Finding these smaller sites is more difficult, but not impossible. One method is to look for unusual biological features.
“Some species of plant like disturbed soil,” Hanson said. “So you get an anomaly in the field you can identify on the ground, because you get a blocky look to the vegetation.”
While vegetation changes over time, the presence of a grave may still be detectable.
“You can see stuff, especially in crop fields, because the grave has changed the environment,” Hanson says. “There may be different nutrient levels so young crops might grow faster.”
The search teams look at relative nitrogen and chlorophyll levels in plants, and use infrared imagery to spot abnormalities. They then use LIDAR – radar and laser scanning – to verify a potential site.
Under the watchful gaze of local prosecutors, a team of specialists sets about excavating the site. Mine clearance specialists may be brought in to clear away wartime munitions scattered in the area. As human remains are found, they are collected, stored, and eventually shipped to mortuaries. Then the experts start trying to compile a picture of their identities and how they died.
PIECING TOGETHER A RECORD
Remains from Srebrenica are sent to Tuzla in the northwestern corner of Bosnia and Hercegovina. It is a two-hour drive through the mountains, along a winding highway on which drivers play a game of hazard with slower-moving cars, tour buses and logging trucks.
While the route offers unmatched views of pine-covered mountains, it also bears the scars of war. Sections of forest are cordoned off so that wartime shells and mines can be cleared, and many village buildings are still pockmarked with holes.
ICMP’s Podrinje Identification Project, or PIP, and its Identification Coordination Division both have facilities in Tuzla. For remains exhumed from a clandestine grave near Srebrenica, the next step is PIP, which was set up specifically to deal with victims of the Srebrenica massacre.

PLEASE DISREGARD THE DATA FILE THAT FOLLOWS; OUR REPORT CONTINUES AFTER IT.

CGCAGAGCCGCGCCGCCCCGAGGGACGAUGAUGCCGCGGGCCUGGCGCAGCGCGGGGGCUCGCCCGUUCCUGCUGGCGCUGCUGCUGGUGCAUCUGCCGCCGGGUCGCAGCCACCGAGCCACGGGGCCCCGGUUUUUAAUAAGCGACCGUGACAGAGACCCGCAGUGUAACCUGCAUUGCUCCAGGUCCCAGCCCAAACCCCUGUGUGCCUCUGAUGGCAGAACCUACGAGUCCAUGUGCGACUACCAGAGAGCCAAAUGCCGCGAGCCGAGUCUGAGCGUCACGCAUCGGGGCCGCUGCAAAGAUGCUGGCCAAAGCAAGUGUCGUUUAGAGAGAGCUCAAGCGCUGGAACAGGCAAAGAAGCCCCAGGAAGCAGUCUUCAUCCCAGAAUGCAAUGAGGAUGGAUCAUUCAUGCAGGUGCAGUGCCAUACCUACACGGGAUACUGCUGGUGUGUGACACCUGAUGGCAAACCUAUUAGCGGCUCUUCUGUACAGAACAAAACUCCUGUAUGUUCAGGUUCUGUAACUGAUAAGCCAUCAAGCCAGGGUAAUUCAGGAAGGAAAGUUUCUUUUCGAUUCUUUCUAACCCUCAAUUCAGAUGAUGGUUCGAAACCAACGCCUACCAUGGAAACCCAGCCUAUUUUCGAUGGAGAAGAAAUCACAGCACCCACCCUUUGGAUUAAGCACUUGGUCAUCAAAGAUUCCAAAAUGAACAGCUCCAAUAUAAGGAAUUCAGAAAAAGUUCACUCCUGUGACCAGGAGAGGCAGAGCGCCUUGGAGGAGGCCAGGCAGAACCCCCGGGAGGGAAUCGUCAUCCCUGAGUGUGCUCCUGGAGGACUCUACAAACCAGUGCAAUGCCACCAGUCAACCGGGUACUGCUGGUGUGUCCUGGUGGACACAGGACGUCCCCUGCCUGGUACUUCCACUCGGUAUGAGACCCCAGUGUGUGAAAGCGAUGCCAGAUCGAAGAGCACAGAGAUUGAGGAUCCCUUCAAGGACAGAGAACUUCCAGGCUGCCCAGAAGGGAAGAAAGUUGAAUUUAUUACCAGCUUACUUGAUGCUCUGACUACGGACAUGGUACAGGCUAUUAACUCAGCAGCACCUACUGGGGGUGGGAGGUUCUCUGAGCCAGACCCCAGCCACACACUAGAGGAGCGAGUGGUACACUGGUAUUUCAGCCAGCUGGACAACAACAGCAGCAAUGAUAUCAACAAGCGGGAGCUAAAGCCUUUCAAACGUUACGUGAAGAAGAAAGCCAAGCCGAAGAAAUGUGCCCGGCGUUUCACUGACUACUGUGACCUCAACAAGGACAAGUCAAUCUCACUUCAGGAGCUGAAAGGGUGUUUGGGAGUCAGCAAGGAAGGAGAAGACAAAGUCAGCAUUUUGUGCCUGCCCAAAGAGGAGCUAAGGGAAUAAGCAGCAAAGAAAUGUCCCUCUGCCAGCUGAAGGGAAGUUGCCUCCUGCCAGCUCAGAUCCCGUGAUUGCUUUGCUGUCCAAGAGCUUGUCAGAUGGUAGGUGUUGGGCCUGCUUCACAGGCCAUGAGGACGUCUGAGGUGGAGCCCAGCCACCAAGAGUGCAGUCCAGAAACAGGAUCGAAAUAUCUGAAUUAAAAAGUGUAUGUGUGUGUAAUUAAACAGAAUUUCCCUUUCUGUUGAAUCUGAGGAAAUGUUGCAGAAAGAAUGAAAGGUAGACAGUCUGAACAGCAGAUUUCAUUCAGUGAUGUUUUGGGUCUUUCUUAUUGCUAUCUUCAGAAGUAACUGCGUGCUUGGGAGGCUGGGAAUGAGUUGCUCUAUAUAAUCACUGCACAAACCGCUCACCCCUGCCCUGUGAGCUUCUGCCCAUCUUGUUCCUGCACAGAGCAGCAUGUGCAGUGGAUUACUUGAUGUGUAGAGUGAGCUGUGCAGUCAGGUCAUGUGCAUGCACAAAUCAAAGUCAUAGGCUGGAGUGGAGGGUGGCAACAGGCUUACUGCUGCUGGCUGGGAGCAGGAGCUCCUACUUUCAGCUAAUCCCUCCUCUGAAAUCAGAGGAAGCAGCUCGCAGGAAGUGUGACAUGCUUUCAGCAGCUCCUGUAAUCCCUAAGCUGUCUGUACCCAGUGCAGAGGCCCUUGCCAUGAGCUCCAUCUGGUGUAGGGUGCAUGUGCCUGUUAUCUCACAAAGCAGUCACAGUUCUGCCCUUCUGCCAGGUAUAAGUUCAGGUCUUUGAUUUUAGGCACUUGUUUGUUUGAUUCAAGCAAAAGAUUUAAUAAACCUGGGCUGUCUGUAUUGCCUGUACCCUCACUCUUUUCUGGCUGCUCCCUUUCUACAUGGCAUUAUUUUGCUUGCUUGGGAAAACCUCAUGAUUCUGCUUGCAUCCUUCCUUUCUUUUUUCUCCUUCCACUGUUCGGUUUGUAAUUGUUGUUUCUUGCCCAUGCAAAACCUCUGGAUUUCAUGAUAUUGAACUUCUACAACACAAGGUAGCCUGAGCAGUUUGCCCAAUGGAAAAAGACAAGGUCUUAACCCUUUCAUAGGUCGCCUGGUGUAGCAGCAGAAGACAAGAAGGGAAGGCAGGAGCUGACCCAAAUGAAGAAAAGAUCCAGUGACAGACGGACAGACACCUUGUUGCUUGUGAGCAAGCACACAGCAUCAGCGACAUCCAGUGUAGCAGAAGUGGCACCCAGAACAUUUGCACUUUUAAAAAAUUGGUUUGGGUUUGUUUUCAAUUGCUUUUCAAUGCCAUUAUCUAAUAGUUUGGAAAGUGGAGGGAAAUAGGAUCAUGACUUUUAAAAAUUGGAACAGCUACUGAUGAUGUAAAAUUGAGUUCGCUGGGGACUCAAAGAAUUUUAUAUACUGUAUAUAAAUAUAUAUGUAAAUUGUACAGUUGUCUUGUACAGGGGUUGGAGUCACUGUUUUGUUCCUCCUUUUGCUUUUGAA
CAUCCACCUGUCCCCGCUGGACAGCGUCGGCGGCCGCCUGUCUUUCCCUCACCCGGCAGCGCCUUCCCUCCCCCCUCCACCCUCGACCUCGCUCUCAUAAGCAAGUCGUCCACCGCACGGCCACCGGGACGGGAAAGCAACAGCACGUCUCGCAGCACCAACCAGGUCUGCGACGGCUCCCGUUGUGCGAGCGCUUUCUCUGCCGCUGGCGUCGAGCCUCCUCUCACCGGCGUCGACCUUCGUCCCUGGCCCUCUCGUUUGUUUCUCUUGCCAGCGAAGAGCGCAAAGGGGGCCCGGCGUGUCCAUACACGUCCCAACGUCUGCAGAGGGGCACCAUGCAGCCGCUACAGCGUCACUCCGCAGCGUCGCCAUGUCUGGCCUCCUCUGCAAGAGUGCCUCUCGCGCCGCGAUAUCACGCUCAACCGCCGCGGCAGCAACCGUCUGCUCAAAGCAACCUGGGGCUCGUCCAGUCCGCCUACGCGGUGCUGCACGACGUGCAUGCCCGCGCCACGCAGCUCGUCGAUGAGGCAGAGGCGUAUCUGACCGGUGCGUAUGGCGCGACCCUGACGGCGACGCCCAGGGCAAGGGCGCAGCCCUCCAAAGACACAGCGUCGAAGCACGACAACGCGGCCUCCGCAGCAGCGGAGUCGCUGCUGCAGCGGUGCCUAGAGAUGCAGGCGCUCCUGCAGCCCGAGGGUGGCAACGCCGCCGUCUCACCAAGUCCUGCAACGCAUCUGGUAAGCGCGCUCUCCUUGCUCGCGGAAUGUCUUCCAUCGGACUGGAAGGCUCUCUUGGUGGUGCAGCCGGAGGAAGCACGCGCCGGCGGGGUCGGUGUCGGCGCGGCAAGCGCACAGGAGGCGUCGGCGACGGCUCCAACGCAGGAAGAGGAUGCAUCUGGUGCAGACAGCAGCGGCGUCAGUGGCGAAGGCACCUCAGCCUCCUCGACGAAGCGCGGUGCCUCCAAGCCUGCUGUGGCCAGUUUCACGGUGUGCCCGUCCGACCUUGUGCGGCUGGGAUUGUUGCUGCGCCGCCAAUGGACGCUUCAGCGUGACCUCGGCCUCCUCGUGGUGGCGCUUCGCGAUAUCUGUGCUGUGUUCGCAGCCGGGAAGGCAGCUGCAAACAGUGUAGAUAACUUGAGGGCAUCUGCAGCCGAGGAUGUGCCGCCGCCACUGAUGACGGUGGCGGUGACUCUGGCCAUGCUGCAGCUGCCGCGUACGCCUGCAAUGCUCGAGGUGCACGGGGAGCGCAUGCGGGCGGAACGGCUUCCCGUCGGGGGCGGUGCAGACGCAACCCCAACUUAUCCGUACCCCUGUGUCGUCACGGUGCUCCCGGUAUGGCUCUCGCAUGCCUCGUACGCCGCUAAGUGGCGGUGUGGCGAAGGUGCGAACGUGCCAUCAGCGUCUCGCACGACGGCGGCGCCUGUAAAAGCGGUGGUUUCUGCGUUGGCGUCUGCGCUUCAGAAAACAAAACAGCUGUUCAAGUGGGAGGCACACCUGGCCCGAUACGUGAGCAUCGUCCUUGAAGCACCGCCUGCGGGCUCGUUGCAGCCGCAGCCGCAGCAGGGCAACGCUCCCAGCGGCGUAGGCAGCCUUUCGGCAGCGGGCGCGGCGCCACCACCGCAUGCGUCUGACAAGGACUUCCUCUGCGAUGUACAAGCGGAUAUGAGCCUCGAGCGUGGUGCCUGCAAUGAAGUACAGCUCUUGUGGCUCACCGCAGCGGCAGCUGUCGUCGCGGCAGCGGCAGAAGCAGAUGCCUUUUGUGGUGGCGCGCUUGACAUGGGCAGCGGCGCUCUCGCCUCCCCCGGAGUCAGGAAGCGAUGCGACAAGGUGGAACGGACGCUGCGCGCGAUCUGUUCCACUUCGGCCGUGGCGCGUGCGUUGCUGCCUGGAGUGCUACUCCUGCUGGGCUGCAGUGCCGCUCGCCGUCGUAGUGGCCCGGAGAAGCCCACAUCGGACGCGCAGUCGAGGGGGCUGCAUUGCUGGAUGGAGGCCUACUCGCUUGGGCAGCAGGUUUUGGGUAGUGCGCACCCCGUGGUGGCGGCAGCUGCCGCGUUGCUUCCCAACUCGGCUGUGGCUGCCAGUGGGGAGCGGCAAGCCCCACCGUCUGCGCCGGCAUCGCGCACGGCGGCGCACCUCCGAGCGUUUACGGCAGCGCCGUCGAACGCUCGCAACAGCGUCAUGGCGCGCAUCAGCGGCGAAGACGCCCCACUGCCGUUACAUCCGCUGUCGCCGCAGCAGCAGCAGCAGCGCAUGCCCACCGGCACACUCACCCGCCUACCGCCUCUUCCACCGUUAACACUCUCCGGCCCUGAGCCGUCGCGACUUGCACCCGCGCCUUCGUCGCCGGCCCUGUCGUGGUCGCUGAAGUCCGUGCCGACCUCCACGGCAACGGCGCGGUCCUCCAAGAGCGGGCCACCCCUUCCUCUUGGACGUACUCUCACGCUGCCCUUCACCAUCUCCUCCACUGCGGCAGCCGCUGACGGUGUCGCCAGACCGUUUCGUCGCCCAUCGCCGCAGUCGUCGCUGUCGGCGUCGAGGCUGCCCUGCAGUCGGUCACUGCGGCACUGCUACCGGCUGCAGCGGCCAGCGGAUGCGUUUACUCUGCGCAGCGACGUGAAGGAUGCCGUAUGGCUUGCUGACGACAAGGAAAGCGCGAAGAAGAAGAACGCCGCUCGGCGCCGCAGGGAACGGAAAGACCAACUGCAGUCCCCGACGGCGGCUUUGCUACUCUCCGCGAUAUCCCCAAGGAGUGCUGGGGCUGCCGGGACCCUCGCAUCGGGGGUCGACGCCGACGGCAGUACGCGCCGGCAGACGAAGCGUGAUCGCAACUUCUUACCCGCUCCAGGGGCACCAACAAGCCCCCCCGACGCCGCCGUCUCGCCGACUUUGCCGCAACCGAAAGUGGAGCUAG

Emina Kurtalic, project manager at PIP, stands in the middle of the facility’s mortuary. Rows and rows of sturdy wooden shelves hold plastic-wrap body parts – sometimes just a skull or single limbs, very rarely an entire body.
The temperature never rises above four degrees Celsius. The musty scent of earth and flesh permeates the chill. Before the facility was set up, bodies were placed in nearby salt mines to preserve them.
Because the initial mass graves were dug up and their contents dumped at newly-dug sites in the months after the 1995 massacre, body parts from one individual may be found at four or more grave sites located kilometres apart, Kurtalic said.
“We have around 1,000 body bags,” Kurtalic said. “But those are not 1,000 persons. Those are cases which later on might be linked together. There’s a chance that one person is in several places in this room.”
Before DNA testing began being used in Bosnia in 2001, PIP scientists had to rely heavily on visual evidence.
“We started by taking only cases in which we had some very unique characteristics,” Kurtalic said. “Prostheses, implants, amputations – anything that could be totally recognisable by family members. Anomalies on the body.”
During this early period, ICMP helped publish two “catalogues” containing photos of clothing and belongings recovered with human remains. Flipping through the book makes grim viewing – crumpled shirts dyed brown by the earth, rusted belt buckles and jewellery, decaying shoes and shrunken hats.
“More than 4,000 families all over Bosnia were looking through these two books trying to recognise anything,” Kurtalic said. “Going over every page.”